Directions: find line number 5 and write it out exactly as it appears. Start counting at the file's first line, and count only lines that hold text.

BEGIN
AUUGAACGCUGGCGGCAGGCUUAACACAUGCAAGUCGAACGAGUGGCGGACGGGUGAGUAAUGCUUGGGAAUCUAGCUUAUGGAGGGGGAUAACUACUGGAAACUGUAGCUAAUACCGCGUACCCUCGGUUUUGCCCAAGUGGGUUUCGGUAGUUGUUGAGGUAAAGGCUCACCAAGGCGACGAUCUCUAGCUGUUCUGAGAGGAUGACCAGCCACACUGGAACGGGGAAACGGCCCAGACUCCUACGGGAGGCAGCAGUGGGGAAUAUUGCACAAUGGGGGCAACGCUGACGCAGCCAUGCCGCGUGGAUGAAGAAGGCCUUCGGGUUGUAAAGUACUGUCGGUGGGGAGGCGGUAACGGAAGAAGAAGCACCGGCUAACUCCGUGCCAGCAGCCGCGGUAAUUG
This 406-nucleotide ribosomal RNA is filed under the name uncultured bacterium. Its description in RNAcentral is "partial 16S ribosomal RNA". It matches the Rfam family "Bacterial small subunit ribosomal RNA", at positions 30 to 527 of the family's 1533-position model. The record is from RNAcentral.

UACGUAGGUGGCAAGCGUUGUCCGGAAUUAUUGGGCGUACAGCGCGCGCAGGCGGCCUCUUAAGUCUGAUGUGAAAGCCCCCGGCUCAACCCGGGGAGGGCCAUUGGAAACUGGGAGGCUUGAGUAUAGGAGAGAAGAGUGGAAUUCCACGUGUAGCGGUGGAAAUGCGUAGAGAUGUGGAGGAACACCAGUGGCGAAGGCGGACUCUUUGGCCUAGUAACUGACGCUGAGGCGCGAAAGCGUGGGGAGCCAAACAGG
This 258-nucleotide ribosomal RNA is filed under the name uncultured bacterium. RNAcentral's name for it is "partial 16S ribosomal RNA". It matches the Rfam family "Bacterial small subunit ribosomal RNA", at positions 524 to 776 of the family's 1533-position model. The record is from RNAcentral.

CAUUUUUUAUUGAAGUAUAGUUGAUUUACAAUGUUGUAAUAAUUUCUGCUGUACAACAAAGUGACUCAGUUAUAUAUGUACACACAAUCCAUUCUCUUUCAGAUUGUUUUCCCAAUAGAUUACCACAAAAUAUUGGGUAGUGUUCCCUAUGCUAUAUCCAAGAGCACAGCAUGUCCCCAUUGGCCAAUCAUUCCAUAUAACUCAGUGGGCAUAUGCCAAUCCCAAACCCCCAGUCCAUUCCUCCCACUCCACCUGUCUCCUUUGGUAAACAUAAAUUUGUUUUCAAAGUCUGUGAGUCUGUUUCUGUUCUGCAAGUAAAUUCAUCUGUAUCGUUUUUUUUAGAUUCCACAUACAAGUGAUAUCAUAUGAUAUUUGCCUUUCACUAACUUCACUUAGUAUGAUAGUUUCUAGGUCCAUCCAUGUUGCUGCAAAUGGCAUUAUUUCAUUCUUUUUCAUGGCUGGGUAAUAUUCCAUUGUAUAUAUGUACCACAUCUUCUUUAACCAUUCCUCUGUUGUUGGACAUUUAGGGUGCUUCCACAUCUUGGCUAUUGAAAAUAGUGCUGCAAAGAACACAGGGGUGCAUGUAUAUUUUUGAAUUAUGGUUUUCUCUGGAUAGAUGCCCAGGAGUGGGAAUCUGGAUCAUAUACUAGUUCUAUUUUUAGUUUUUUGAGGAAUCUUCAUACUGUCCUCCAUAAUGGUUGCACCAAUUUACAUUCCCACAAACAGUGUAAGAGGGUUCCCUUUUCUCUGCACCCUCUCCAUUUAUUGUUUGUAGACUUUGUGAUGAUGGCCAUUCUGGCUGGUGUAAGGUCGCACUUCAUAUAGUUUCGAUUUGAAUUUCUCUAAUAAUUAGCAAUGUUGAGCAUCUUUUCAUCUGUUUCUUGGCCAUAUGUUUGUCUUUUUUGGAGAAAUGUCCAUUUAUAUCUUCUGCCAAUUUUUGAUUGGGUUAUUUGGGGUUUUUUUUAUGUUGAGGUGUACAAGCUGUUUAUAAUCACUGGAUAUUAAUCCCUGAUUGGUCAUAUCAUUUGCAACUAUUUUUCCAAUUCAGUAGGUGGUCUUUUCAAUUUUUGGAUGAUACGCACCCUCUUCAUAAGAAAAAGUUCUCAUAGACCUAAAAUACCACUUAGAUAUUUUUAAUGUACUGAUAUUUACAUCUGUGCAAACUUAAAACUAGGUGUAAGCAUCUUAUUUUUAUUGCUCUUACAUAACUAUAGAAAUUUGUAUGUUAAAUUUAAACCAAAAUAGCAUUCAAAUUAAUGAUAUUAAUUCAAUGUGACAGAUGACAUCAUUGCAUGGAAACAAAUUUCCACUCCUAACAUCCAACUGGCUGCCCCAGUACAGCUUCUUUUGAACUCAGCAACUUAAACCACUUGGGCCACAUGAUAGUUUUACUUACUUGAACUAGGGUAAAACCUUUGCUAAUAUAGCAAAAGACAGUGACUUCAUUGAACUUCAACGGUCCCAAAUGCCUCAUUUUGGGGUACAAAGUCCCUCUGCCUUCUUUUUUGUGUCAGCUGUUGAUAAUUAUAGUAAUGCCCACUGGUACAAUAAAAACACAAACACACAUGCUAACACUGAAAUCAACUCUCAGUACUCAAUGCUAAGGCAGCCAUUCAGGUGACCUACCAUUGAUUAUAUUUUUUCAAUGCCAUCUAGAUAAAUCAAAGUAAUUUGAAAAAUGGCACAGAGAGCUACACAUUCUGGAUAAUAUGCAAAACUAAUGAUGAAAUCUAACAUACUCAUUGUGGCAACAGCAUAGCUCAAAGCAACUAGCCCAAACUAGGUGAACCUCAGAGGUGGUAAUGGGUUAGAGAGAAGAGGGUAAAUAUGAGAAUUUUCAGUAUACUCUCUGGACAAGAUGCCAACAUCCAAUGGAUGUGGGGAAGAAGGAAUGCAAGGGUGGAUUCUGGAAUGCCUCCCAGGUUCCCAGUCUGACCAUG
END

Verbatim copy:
CAUUUUUUAUUGAAGUAUAGUUGAUUUACAAUGUUGUAAUAAUUUCUGCUGUACAACAAAGUGACUCAGUUAUAUAUGUACACACAAUCCAUUCUCUUUCAGAUUGUUUUCCCAAUAGAUUACCACAAAAUAUUGGGUAGUGUUCCCUAUGCUAUAUCCAAGAGCACAGCAUGUCCCCAUUGGCCAAUCAUUCCAUAUAACUCAGUGGGCAUAUGCCAAUCCCAAACCCCCAGUCCAUUCCUCCCACUCCACCUGUCUCCUUUGGUAAACAUAAAUUUGUUUUCAAAGUCUGUGAGUCUGUUUCUGUUCUGCAAGUAAAUUCAUCUGUAUCGUUUUUUUUAGAUUCCACAUACAAGUGAUAUCAUAUGAUAUUUGCCUUUCACUAACUUCACUUAGUAUGAUAGUUUCUAGGUCCAUCCAUGUUGCUGCAAAUGGCAUUAUUUCAUUCUUUUUCAUGGCUGGGUAAUAUUCCAUUGUAUAUAUGUACCACAUCUUCUUUAACCAUUCCUCUGUUGUUGGACAUUUAGGGUGCUUCCACAUCUUGGCUAUUGAAAAUAGUGCUGCAAAGAACACAGGGGUGCAUGUAUAUUUUUGAAUUAUGGUUUUCUCUGGAUAGAUGCCCAGGAGUGGGAAUCUGGAUCAUAUACUAGUUCUAUUUUUAGUUUUUUGAGGAAUCUUCAUACUGUCCUCCAUAAUGGUUGCACCAAUUUACAUUCCCACAAACAGUGUAAGAGGGUUCCCUUUUCUCUGCACCCUCUCCAUUUAUUGUUUGUAGACUUUGUGAUGAUGGCCAUUCUGGCUGGUGUAAGGUCGCACUUCAUAUAGUUUCGAUUUGAAUUUCUCUAAUAAUUAGCAAUGUUGAGCAUCUUUUCAUCUGUUUCUUGGCCAUAUGUUUGUCUUUUUUGGAGAAAUGUCCAUUUAUAUCUUCUGCCAAUUUUUGAUUGGGUUAUUUGGGGUUUUUUUUAUGUUGAGGUGUACAAGCUGUUUAUAAUCACUGGAUAUUAAUCCCUGAUUGGUCAUAUCAUUUGCAACUAUUUUUCCAAUUCAGUAGGUGGUCUUUUCAAUUUUUGGAUGAUACGCACCCUCUUCAUAAGAAAAAGUUCUCAUAGACCUAAAAUACCACUUAGAUAUUUUUAAUGUACUGAUAUUUACAUCUGUGCAAACUUAAAACUAGGUGUAAGCAUCUUAUUUUUAUUGCUCUUACAUAACUAUAGAAAUUUGUAUGUUAAAUUUAAACCAAAAUAGCAUUCAAAUUAAUGAUAUUAAUUCAAUGUGACAGAUGACAUCAUUGCAUGGAAACAAAUUUCCACUCCUAACAUCCAACUGGCUGCCCCAGUACAGCUUCUUUUGAACUCAGCAACUUAAACCACUUGGGCCACAUGAUAGUUUUACUUACUUGAACUAGGGUAAAACCUUUGCUAAUAUAGCAAAAGACAGUGACUUCAUUGAACUUCAACGGUCCCAAAUGCCUCAUUUUGGGGUACAAAGUCCCUCUGCCUUCUUUUUUGUGUCAGCUGUUGAUAAUUAUAGUAAUGCCCACUGGUACAAUAAAAACACAAACACACAUGCUAACACUGAAAUCAACUCUCAGUACUCAAUGCUAAGGCAGCCAUUCAGGUGACCUACCAUUGAUUAUAUUUUUUCAAUGCCAUCUAGAUAAAUCAAAGUAAUUUGAAAAAUGGCACAGAGAGCUACACAUUCUGGAUAAUAUGCAAAACUAAUGAUGAAAUCUAACAUACUCAUUGUGGCAACAGCAUAGCUCAAAGCAACUAGCCCAAACUAGGUGAACCUCAGAGGUGGUAAUGGGUUAGAGAGAAGAGGGUAAAUAUGAGAAUUUUCAGUAUACUCUCUGGACAAGAUGCCAACAUCCAAUGGAUGUGGGGAAGAAGGAAUGCAAGGGUGGAUUCUGGAAUGCCUCCCAGGUUCCCAGUCUGACCAUG